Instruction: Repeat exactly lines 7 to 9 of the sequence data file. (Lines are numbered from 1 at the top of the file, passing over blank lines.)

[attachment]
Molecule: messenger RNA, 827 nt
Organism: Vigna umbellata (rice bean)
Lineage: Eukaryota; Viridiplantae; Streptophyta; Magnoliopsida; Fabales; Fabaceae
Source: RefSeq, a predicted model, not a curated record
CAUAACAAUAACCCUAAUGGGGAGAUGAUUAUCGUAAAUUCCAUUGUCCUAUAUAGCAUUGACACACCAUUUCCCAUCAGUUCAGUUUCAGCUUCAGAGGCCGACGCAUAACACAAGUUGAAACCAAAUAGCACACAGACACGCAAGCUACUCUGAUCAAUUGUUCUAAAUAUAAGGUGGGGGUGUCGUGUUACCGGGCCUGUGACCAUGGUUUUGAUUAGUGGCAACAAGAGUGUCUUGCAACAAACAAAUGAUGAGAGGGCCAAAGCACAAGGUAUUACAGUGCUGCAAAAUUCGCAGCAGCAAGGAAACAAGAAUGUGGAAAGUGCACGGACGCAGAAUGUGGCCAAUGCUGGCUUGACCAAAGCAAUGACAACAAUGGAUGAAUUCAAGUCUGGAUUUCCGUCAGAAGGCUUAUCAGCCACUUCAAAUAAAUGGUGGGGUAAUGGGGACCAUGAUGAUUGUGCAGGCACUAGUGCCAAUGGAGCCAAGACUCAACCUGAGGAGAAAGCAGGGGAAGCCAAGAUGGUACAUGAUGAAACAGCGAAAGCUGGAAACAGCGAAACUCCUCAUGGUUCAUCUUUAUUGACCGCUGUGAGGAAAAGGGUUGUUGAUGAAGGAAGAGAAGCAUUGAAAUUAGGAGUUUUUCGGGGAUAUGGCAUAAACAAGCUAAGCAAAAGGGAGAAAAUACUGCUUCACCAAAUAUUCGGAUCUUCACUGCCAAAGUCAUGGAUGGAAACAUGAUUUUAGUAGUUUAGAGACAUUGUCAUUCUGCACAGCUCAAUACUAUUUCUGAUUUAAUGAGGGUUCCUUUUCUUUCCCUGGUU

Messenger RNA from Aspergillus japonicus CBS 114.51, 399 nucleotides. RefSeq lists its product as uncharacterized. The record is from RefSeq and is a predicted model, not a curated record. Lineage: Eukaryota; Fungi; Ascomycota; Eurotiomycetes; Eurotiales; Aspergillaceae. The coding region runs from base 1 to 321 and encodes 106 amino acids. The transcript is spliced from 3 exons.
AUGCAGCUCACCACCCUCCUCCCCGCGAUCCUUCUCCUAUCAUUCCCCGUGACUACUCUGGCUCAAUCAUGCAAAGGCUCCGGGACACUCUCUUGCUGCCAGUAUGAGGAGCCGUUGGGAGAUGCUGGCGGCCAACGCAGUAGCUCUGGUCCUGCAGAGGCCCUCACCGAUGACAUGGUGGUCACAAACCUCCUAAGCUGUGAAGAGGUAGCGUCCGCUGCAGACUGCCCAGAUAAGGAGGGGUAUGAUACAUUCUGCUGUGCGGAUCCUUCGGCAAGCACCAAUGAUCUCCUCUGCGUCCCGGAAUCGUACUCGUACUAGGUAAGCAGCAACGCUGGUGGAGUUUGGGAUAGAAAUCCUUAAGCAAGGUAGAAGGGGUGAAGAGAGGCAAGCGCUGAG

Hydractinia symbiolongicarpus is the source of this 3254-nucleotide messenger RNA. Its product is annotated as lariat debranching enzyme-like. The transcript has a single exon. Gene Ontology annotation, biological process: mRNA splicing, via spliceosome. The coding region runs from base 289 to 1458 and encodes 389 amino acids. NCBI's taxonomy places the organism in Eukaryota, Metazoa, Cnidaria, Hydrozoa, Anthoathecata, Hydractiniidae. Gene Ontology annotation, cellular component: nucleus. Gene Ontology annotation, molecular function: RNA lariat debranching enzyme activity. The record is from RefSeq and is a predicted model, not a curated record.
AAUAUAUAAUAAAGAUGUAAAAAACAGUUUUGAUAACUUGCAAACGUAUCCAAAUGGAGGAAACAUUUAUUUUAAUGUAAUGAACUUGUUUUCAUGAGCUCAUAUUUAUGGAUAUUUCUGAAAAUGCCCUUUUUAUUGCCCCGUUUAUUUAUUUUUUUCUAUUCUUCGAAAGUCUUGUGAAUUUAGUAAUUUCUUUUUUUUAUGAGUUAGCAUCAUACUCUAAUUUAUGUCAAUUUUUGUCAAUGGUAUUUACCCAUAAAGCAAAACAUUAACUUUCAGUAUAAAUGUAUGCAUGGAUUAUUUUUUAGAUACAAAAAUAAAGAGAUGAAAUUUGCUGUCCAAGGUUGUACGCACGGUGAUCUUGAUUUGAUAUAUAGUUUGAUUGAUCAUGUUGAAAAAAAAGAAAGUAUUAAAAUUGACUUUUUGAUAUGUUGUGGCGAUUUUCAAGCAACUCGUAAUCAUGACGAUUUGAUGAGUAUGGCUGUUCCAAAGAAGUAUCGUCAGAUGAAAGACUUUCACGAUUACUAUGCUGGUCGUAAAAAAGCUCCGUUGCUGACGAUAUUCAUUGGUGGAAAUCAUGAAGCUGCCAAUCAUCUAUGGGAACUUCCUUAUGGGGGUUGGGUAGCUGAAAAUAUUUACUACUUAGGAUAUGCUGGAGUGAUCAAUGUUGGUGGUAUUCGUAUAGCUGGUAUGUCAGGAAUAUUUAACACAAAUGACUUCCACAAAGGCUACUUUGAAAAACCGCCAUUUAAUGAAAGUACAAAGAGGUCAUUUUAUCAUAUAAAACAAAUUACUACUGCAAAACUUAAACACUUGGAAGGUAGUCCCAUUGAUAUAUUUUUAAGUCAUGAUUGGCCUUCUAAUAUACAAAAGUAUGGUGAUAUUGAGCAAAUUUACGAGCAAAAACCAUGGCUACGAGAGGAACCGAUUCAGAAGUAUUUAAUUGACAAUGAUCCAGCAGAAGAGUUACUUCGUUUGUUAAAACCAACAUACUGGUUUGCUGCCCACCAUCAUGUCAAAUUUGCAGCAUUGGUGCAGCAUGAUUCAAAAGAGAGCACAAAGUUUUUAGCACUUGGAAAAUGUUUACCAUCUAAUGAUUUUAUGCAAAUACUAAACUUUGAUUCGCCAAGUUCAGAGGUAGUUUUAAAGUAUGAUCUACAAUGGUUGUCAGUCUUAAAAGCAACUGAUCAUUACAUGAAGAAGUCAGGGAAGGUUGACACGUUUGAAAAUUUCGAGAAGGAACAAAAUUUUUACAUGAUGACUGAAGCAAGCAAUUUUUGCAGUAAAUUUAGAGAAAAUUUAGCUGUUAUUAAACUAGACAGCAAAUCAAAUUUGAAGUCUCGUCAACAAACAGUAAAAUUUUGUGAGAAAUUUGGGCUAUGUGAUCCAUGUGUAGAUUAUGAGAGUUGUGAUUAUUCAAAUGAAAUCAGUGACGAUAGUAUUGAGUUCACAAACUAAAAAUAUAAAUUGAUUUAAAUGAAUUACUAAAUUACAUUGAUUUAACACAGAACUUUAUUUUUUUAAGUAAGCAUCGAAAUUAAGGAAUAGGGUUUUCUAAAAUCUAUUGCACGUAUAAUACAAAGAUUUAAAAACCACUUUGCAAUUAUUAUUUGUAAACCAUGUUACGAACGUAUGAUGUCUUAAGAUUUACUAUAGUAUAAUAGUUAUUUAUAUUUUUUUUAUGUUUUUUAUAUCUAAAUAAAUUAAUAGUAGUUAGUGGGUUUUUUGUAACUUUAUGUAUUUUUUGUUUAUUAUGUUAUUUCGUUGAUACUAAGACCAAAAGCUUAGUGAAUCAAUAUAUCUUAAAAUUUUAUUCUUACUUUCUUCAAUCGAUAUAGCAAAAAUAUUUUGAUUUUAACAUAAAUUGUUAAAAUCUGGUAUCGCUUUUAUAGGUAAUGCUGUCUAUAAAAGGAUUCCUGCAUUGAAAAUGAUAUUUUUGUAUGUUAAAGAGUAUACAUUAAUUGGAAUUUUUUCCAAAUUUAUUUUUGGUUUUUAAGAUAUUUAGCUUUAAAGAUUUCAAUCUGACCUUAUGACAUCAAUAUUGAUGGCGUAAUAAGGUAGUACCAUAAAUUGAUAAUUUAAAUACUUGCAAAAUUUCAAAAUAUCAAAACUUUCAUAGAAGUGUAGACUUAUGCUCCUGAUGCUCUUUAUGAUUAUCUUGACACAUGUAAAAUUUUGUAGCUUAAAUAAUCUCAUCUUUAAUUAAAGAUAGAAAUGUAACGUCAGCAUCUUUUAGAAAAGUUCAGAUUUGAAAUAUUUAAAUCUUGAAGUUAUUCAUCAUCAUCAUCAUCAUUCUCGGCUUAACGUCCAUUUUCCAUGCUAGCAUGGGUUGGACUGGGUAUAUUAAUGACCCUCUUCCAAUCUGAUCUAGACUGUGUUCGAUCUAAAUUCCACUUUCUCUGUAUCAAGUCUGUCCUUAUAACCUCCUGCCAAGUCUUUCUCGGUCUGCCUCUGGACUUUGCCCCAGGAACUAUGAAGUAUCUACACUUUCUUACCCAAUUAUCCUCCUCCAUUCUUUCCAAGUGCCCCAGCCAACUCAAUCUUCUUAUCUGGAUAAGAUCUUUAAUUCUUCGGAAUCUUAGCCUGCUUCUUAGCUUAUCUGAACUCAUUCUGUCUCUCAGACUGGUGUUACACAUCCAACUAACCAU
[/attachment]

AUGCAGCUCACCACCCUCCUCCCCGCGAUCCUUCUCCUAUCAUUCCCCGUGACUACUCUGGCUCAAUCAUGCAAAGGCUCCGGGACACUCUCUUGCUGCCAGUAUGAGGAGCCGUUGGGAGAUGCUGGCGGCCAACGCAGUAGCUCUGGUCCUGCAGAGGCCCUCACCGAUGACAUGGUGGUCACAAACCUCCUAAGCUGUGAAGAGGUAGCGUCCGCUGCAGACUGCCCAGAUAAGGAGGGGUAUGAUACAUUCUGCUGUGCGGAUCCUUCGGCAAGCACCAAUGAUCUCCUCUGCGUCCCGGAAUCGUACUCGUACUAGGUAAGCAGCAACGCUGGUGGAGUUUGGGAUAGAAAUCCUUAAGCAAGGUAGAAGGGGUGAAGAGAGGCAAGCGCUGAG

Hydractinia symbiolongicarpus is the source of this 3254-nucleotide messenger RNA. Its product is annotated as lariat debranching enzyme-like. The transcript has a single exon. Gene Ontology annotation, biological process: mRNA splicing, via spliceosome. The coding region runs from base 289 to 1458 and encodes 389 amino acids. NCBI's taxonomy places the organism in Eukaryota, Metazoa, Cnidaria, Hydrozoa, Anthoathecata, Hydractiniidae. Gene Ontology annotation, cellular component: nucleus. Gene Ontology annotation, molecular function: RNA lariat debranching enzyme activity. The record is from RefSeq and is a predicted model, not a curated record.
AAUAUAUAAUAAAGAUGUAAAAAACAGUUUUGAUAACUUGCAAACGUAUCCAAAUGGAGGAAACAUUUAUUUUAAUGUAAUGAACUUGUUUUCAUGAGCUCAUAUUUAUGGAUAUUUCUGAAAAUGCCCUUUUUAUUGCCCCGUUUAUUUAUUUUUUUCUAUUCUUCGAAAGUCUUGUGAAUUUAGUAAUUUCUUUUUUUUAUGAGUUAGCAUCAUACUCUAAUUUAUGUCAAUUUUUGUCAAUGGUAUUUACCCAUAAAGCAAAACAUUAACUUUCAGUAUAAAUGUAUGCAUGGAUUAUUUUUUAGAUACAAAAAUAAAGAGAUGAAAUUUGCUGUCCAAGGUUGUACGCACGGUGAUCUUGAUUUGAUAUAUAGUUUGAUUGAUCAUGUUGAAAAAAAAGAAAGUAUUAAAAUUGACUUUUUGAUAUGUUGUGGCGAUUUUCAAGCAACUCGUAAUCAUGACGAUUUGAUGAGUAUGGCUGUUCCAAAGAAGUAUCGUCAGAUGAAAGACUUUCACGAUUACUAUGCUGGUCGUAAAAAAGCUCCGUUGCUGACGAUAUUCAUUGGUGGAAAUCAUGAAGCUGCCAAUCAUCUAUGGGAACUUCCUUAUGGGGGUUGGGUAGCUGAAAAUAUUUACUACUUAGGAUAUGCUGGAGUGAUCAAUGUUGGUGGUAUUCGUAUAGCUGGUAUGUCAGGAAUAUUUAACACAAAUGACUUCCACAAAGGCUACUUUGAAAAACCGCCAUUUAAUGAAAGUACAAAGAGGUCAUUUUAUCAUAUAAAACAAAUUACUACUGCAAAACUUAAACACUUGGAAGGUAGUCCCAUUGAUAUAUUUUUAAGUCAUGAUUGGCCUUCUAAUAUACAAAAGUAUGGUGAUAUUGAGCAAAUUUACGAGCAAAAACCAUGGCUACGAGAGGAACCGAUUCAGAAGUAUUUAAUUGACAAUGAUCCAGCAGAAGAGUUACUUCGUUUGUUAAAACCAACAUACUGGUUUGCUGCCCACCAUCAUGUCAAAUUUGCAGCAUUGGUGCAGCAUGAUUCAAAAGAGAGCACAAAGUUUUUAGCACUUGGAAAAUGUUUACCAUCUAAUGAUUUUAUGCAAAUACUAAACUUUGAUUCGCCAAGUUCAGAGGUAGUUUUAAAGUAUGAUCUACAAUGGUUGUCAGUCUUAAAAGCAACUGAUCAUUACAUGAAGAAGUCAGGGAAGGUUGACACGUUUGAAAAUUUCGAGAAGGAACAAAAUUUUUACAUGAUGACUGAAGCAAGCAAUUUUUGCAGUAAAUUUAGAGAAAAUUUAGCUGUUAUUAAACUAGACAGCAAAUCAAAUUUGAAGUCUCGUCAACAAACAGUAAAAUUUUGUGAGAAAUUUGGGCUAUGUGAUCCAUGUGUAGAUUAUGAGAGUUGUGAUUAUUCAAAUGAAAUCAGUGACGAUAGUAUUGAGUUCACAAACUAAAAAUAUAAAUUGAUUUAAAUGAAUUACUAAAUUACAUUGAUUUAACACAGAACUUUAUUUUUUUAAGUAAGCAUCGAAAUUAAGGAAUAGGGUUUUCUAAAAUCUAUUGCACGUAUAAUACAAAGAUUUAAAAACCACUUUGCAAUUAUUAUUUGUAAACCAUGUUACGAACGUAUGAUGUCUUAAGAUUUACUAUAGUAUAAUAGUUAUUUAUAUUUUUUUUAUGUUUUUUAUAUCUAAAUAAAUUAAUAGUAGUUAGUGGGUUUUUUGUAACUUUAUGUAUUUUUUGUUUAUUAUGUUAUUUCGUUGAUACUAAGACCAAAAGCUUAGUGAAUCAAUAUAUCUUAAAAUUUUAUUCUUACUUUCUUCAAUCGAUAUAGCAAAAAUAUUUUGAUUUUAACAUAAAUUGUUAAAAUCUGGUAUCGCUUUUAUAGGUAAUGCUGUCUAUAAAAGGAUUCCUGCAUUGAAAAUGAUAUUUUUGUAUGUUAAAGAGUAUACAUUAAUUGGAAUUUUUUCCAAAUUUAUUUUUGGUUUUUAAGAUAUUUAGCUUUAAAGAUUUCAAUCUGACCUUAUGACAUCAAUAUUGAUGGCGUAAUAAGGUAGUACCAUAAAUUGAUAAUUUAAAUACUUGCAAAAUUUCAAAAUAUCAAAACUUUCAUAGAAGUGUAGACUUAUGCUCCUGAUGCUCUUUAUGAUUAUCUUGACACAUGUAAAAUUUUGUAGCUUAAAUAAUCUCAUCUUUAAUUAAAGAUAGAAAUGUAACGUCAGCAUCUUUUAGAAAAGUUCAGAUUUGAAAUAUUUAAAUCUUGAAGUUAUUCAUCAUCAUCAUCAUCAUUCUCGGCUUAACGUCCAUUUUCCAUGCUAGCAUGGGUUGGACUGGGUAUAUUAAUGACCCUCUUCCAAUCUGAUCUAGACUGUGUUCGAUCUAAAUUCCACUUUCUCUGUAUCAAGUCUGUCCUUAUAACCUCCUGCCAAGUCUUUCUCGGUCUGCCUCUGGACUUUGCCCCAGGAACUAUGAAGUAUCUACACUUUCUUACCCAAUUAUCCUCCUCCAUUCUUUCCAAGUGCCCCAGCCAACUCAAUCUUCUUAUCUGGAUAAGAUCUUUAAUUCUUCGGAAUCUUAGCCUGCUUCUUAGCUUAUCUGAACUCAUUCUGUCUCUCAGACUGGUGUUACACAUCCAACUAACCAU